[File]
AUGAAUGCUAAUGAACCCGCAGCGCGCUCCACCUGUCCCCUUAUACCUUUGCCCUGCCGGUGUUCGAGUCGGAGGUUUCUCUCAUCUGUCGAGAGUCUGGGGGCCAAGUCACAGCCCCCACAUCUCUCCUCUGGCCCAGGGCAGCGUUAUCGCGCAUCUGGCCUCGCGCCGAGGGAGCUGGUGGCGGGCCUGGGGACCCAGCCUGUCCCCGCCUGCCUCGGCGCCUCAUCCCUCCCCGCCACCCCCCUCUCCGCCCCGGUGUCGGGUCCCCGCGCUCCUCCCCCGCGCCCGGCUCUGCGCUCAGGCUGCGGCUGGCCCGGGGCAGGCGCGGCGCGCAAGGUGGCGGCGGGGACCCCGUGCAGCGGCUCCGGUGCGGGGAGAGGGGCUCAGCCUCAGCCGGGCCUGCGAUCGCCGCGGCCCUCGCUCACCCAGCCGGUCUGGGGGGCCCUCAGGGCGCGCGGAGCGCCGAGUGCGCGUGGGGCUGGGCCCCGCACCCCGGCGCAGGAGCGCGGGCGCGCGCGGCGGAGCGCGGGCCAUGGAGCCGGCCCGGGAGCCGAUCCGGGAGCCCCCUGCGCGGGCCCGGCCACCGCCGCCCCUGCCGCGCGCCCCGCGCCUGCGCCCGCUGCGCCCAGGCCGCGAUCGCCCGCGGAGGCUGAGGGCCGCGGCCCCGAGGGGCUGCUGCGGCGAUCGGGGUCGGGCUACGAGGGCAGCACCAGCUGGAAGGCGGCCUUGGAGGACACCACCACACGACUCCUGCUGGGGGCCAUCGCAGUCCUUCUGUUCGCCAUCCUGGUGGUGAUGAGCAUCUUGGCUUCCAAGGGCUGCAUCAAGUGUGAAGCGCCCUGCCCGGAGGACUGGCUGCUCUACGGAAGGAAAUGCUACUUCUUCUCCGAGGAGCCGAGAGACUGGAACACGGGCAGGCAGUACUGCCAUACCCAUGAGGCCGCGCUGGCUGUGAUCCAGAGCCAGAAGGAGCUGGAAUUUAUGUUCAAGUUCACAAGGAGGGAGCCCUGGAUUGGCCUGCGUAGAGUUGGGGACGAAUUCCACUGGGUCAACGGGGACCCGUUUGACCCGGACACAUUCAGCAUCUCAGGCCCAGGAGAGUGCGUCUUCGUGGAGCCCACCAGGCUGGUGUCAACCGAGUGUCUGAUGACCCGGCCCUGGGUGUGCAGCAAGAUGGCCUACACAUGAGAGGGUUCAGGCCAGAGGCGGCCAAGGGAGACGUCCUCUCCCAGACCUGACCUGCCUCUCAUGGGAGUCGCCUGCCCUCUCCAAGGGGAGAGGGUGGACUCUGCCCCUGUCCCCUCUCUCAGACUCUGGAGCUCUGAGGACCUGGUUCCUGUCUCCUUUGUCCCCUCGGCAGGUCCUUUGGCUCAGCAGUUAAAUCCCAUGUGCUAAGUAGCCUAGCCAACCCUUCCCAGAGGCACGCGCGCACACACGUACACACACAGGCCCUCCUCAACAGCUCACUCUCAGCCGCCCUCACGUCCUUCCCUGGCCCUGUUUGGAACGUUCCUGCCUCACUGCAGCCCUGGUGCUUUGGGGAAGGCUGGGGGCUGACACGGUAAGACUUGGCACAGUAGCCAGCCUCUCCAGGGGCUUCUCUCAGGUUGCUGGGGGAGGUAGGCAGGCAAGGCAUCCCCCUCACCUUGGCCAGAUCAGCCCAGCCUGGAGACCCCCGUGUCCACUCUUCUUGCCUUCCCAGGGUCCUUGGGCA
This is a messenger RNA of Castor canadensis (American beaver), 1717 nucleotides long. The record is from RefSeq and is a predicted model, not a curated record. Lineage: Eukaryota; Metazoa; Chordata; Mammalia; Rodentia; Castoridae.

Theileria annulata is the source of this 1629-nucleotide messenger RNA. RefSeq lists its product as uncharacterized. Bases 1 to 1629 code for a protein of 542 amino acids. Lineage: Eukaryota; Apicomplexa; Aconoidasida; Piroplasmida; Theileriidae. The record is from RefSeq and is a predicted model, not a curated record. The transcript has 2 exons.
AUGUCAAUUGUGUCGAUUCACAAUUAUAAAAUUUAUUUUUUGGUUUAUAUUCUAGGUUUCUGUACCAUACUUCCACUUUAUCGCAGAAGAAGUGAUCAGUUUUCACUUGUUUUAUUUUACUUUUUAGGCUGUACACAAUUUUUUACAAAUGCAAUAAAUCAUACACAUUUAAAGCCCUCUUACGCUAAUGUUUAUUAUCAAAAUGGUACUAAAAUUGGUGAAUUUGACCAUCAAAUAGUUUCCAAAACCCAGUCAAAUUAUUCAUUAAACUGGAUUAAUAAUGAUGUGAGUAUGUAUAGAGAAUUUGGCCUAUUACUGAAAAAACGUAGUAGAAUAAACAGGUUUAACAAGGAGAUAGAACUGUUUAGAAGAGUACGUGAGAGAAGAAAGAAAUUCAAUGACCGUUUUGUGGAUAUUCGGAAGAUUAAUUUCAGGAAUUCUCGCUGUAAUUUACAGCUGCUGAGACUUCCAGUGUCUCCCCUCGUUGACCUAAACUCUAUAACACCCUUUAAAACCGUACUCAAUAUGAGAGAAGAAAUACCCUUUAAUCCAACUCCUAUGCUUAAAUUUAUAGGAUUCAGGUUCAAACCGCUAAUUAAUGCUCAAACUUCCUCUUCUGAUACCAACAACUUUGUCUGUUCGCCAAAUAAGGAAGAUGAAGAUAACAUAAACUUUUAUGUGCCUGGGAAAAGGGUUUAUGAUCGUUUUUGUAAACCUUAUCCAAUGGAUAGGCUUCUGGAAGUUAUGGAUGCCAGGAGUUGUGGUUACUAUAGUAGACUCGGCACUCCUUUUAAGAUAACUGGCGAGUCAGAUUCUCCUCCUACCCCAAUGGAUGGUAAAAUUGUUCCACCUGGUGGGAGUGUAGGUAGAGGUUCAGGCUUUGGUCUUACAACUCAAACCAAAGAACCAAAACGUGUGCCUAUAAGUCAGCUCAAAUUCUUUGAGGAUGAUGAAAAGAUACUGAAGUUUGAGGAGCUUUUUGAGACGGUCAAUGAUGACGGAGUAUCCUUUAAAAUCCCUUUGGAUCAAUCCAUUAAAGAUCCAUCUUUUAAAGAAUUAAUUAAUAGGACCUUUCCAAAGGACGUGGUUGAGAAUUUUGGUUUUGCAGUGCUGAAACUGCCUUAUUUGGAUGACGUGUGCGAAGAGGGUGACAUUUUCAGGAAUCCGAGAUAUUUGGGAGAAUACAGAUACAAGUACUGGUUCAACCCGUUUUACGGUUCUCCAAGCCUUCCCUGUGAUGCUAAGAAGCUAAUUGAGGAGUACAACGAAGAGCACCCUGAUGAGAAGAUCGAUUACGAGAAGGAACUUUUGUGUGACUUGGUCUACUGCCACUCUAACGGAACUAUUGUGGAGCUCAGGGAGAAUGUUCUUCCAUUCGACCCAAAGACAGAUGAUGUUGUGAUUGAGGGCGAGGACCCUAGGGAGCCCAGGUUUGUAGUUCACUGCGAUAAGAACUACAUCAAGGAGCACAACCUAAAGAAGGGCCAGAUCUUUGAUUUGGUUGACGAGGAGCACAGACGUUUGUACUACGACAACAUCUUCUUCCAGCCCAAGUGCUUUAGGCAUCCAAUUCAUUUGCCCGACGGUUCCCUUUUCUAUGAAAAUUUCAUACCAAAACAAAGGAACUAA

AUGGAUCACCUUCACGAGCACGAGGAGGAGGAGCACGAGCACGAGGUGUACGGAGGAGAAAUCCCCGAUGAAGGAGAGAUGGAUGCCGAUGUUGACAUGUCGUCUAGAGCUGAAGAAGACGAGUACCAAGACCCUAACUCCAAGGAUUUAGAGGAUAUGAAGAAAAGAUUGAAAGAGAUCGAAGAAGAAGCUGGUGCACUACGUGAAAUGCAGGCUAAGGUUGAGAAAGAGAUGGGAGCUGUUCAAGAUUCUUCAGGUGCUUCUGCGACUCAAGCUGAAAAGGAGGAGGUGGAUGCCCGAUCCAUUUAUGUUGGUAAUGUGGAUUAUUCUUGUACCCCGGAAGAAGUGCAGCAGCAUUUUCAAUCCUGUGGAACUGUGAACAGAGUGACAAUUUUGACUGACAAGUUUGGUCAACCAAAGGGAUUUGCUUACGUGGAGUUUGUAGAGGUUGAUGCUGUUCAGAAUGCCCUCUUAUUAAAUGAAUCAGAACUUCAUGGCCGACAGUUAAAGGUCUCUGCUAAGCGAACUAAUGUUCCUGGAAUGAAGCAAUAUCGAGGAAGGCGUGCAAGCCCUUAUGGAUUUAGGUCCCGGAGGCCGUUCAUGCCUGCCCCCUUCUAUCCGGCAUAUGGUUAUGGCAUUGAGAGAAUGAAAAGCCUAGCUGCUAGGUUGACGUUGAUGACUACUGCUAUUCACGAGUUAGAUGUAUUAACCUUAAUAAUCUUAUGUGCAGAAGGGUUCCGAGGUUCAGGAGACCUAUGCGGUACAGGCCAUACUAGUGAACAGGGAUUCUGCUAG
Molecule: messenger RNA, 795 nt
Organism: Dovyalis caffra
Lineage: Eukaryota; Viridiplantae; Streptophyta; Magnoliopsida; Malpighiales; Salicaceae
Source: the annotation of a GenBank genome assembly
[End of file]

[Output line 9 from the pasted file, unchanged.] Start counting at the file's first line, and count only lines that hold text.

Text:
Source: the annotation of a GenBank genome assembly